Automated Targeting System

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The Automated Targeting System (ATS) is a United States Department of Homeland Security computerized system that, for every person who crosses U.S. borders, scrutinizes a large volume of data related to that person (see below), and then automatically assigns a rating for which the expectation is that it helps gauge whether this person may be placed within a risk group of terrorists or other criminals. Similarly ATS analyzes data related to container cargo.[1]

These ratings take many details into account, such as country of origin, how travel to the U.S. was funded, and the visitor's driving record. Other more mundane details also factor in, such as where the person is sitting on the flight and what they ordered for their meal.

The existence of such a system was first discovered by the public in November 2006, when a mention of it appeared in the Federal Register. The system was first implemented in the late 1990s, and was significantly expanded shortly after the 9/11 Terrorist Attacks.

Exemption from Privacy Act[edit]

Following the controversial Passenger Name Record agreement signed with the European Union (EU) in 2007, the Bush administration proposed to exempt the Automated Targeting System from the requirements of the 1974 Privacy Act for access to records and for an accounting of disclosures.[2] Those proposed exemptions were finalized on February 3, 2010.[3]


Lawsuits have been filed under both the Privacy Act and the Freedom of Information Act (FOIA) seeking disclosure of information about ATS as well as records from ATS dossiers about individuals.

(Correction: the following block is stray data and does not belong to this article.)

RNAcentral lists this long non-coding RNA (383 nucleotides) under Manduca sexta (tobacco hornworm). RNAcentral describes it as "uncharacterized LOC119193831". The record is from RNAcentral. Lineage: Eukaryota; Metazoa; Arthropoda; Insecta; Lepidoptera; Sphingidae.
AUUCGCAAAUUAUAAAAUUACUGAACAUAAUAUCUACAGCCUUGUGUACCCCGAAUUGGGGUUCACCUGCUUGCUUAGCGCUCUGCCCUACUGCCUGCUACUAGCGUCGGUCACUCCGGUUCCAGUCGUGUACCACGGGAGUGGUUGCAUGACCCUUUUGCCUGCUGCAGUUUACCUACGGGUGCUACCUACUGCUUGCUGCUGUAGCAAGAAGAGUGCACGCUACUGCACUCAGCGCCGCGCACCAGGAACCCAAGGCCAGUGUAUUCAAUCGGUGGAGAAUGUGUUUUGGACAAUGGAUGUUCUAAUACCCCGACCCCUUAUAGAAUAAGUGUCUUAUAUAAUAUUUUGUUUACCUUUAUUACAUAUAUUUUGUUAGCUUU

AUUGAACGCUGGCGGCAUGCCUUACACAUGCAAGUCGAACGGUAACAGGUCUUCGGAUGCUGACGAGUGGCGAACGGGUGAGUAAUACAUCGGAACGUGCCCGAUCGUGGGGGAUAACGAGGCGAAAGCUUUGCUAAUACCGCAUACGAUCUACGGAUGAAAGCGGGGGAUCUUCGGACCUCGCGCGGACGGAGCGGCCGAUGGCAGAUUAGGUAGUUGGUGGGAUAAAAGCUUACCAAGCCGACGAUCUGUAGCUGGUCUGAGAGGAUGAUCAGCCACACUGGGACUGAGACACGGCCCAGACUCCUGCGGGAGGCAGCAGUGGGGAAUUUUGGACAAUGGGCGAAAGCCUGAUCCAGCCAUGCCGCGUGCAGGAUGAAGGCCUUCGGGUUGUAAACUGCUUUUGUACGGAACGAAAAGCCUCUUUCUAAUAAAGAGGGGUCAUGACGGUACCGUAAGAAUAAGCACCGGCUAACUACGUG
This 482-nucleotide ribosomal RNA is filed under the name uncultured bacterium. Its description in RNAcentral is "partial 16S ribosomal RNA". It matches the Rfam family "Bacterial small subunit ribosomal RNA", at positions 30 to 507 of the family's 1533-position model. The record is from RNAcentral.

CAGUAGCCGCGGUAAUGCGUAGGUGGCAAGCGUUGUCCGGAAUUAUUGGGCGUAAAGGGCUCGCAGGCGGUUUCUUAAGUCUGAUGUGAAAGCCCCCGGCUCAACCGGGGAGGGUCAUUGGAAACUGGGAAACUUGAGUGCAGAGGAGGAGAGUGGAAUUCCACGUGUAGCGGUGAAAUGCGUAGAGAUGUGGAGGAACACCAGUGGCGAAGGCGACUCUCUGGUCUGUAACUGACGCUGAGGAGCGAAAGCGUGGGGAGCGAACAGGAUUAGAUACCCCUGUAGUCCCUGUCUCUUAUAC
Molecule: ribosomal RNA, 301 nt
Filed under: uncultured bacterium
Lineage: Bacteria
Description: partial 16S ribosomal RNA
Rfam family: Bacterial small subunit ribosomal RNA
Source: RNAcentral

EFF v. Department of Homeland Security

On December 19, 2006, the Electronic Frontier Foundation's FOIA Litigation for Accountable Government (FLAG) project filed suit against the Department of Homeland Security under FOIA, demanding "immediate answers about an invasive and unprecedented data-mining system deployed on American travelers."[4]

Shearson v. Department of Homeland Security

In June 2006, Julia Shearson, Executive Director of the Cleveland Chapter of the Council on American Islamic Relations (CAIR) filed suit pro se against the DHS under the Privacy Act, seeking disclosure of records about herself from ATS and the correction of erroneous records falsely characterizing her as a terrorist.[5]

In 't Veld v. Department of Homeland Security

On July 1, 2008, the EFF FLAG project filed suit against the DHS under FOIA on behalf of Sophie In 't Veld, a Member of the European Parliament from the Netherlands, seeking disclosure of records about herself from ATS and other systems of records.[6]